In 1939-40, only a few bands could match the power and excitement of Savitt's six-man brass team. Trumpeter JOHNNY AUSTIN (Augustino), while not matching the creative technique of Harry James nor the tornadic power of Ziggy Elman, nevertheless, belongs in their dynamic company. Savitt had been impressed with his previous work in the early Glenn Miller band.

AL LEOPOLD on trombone could play it many ways: the smoothly-suave but swinging style he demonstrates in his opening solo on ROSE OF THE RIO GRANDE... or, on the other hand, there is his eight-bar cameo solo on TURKEY IN THE STRAW displaying a gut bucket demeanor worthy of Roy Palmer -- and the sixteen-bar solo on MY HEART AT THY SWEET VOICE is a wide-ranging flight that would have delighted Miff Mole.

CUTTY CUTSHALL was with the Savitt band nearly two years and some of his tasteful pre-Goodman and pre-Condon trombone work is heard on GET HAPPY, TUXEDO JUNCTION, BLUES IN THE GROOVE and IT'S TIME TO JUMP AND SHOUT.

The Reeds

Crowned by the alto saxophone of GABE GALINAS, a little-known but superb lead man, Savitt's sax section always had a full, rich sound. Late in 1939, Savitt added GEORGE SIRAVO on baritone sax playing the harmonic root, creating a deeper, richer timbre.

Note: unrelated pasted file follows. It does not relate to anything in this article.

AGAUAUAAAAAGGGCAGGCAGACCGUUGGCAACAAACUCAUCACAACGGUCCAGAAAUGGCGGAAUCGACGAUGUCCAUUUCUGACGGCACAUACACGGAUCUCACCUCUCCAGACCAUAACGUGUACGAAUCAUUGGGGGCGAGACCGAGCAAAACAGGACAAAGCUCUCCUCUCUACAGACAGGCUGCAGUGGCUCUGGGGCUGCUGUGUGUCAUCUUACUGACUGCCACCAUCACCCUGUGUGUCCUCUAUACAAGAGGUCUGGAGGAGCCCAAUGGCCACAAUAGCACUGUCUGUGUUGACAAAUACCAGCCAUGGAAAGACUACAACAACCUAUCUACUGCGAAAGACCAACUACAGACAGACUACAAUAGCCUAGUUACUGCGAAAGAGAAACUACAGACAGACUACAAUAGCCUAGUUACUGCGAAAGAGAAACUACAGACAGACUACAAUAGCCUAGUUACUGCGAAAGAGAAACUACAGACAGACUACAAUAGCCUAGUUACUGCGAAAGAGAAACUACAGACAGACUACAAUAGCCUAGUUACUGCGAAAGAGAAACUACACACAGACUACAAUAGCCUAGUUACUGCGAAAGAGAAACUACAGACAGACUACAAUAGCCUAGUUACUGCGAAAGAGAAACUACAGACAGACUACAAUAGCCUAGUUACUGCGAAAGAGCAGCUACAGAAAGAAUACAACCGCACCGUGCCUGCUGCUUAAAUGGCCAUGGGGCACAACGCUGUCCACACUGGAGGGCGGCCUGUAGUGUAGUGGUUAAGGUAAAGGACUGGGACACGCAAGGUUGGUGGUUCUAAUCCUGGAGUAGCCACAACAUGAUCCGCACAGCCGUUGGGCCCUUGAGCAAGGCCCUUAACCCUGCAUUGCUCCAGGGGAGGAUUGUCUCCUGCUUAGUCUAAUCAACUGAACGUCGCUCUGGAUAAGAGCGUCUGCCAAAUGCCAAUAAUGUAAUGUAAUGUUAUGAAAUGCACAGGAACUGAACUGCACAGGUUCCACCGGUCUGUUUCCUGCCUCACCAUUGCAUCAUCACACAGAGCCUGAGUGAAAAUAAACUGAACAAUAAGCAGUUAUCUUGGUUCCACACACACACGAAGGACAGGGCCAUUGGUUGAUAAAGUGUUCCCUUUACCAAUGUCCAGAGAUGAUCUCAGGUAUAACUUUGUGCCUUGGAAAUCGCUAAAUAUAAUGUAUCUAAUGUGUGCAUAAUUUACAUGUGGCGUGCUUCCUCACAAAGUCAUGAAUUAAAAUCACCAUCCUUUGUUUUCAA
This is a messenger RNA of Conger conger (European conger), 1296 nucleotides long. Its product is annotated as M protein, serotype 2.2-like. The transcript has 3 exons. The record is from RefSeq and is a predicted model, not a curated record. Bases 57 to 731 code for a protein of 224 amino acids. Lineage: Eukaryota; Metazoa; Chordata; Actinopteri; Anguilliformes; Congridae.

GEORGE AULD was in the Savitt band for a short three-month period (April-July 1939) and his earthy tenor saxophone is heard on two sides: TUXEDO JUNCTION (67540-1) and W.P.A.

The unheralded but excellent ED CLAUSEN, presumably, plays most of the tenor sax solos but SAM SACHELLE and TED DUANE may have contributed on the 1941 dates.

Further frustrating the discographer is the fact that, on occasion, GABE GALINAS alternated between alto and tenor... as did ED CLAUSEN.

The Rhythm

Pianist JACK PLEIS and drummer RUSS ISAACS were solid pluses in a rhythm section, the excellence of which was overshadowed by its famous (or by some -- infamous) Savitt Shuffle. The shuffle conveys a double-time or 8/4 rhythm and is, actually, played only by the piano -- the guitar, bass and drums working their usual rhythm roles.

The shuffle beat annoyed some critics and fans -- perhaps, because it was also employed by the sweet band (read schmaltz) led by Henry Busse. In time, however, this rhythm tool was used by Lionel Hampton and Louis Prima and by R&B and jump bands led by Fats Domino and Louis Jordan.

Prominent music composer and scholar, Gunther Schuller, in his indispensable tome, THE SWING ERA 1930-1945 (Oxford 1989), perceptively noted:

Savitt's band played with such consistently impeccable ensemble and propulsive swing that it kept even its famous shuffle rhythm, constantly energized rhythmically, from becoming a stale cliché. Indeed, the Savitt band had achieved by early 1939 a 4/4 swing amalgam that was an interesting cross between Lunceford and Basie, the shuffle rhythm simply folded into it.

The Arrangers